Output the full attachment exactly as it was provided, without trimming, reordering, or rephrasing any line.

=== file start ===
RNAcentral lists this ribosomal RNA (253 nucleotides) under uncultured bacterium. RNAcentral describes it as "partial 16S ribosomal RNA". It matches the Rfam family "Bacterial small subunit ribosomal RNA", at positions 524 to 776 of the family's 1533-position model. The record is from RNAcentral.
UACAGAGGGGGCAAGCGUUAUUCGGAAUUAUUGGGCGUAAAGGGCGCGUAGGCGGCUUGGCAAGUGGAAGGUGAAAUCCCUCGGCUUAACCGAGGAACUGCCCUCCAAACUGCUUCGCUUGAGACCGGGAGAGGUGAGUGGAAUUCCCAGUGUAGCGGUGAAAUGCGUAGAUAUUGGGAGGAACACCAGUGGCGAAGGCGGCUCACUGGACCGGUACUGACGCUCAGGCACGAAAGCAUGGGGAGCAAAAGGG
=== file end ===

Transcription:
RNAcentral lists this ribosomal RNA (253 nucleotides) under uncultured bacterium. RNAcentral describes it as "partial 16S ribosomal RNA". It matches the Rfam family "Bacterial small subunit ribosomal RNA", at positions 524 to 776 of the family's 1533-position model. The record is from RNAcentral.
UACAGAGGGGGCAAGCGUUAUUCGGAAUUAUUGGGCGUAAAGGGCGCGUAGGCGGCUUGGCAAGUGGAAGGUGAAAUCCCUCGGCUUAACCGAGGAACUGCCCUCCAAACUGCUUCGCUUGAGACCGGGAGAGGUGAGUGGAAUUCCCAGUGUAGCGGUGAAAUGCGUAGAUAUUGGGAGGAACACCAGUGGCGAAGGCGGCUCACUGGACCGGUACUGACGCUCAGGCACGAAAGCAUGGGGAGCAAAAGGG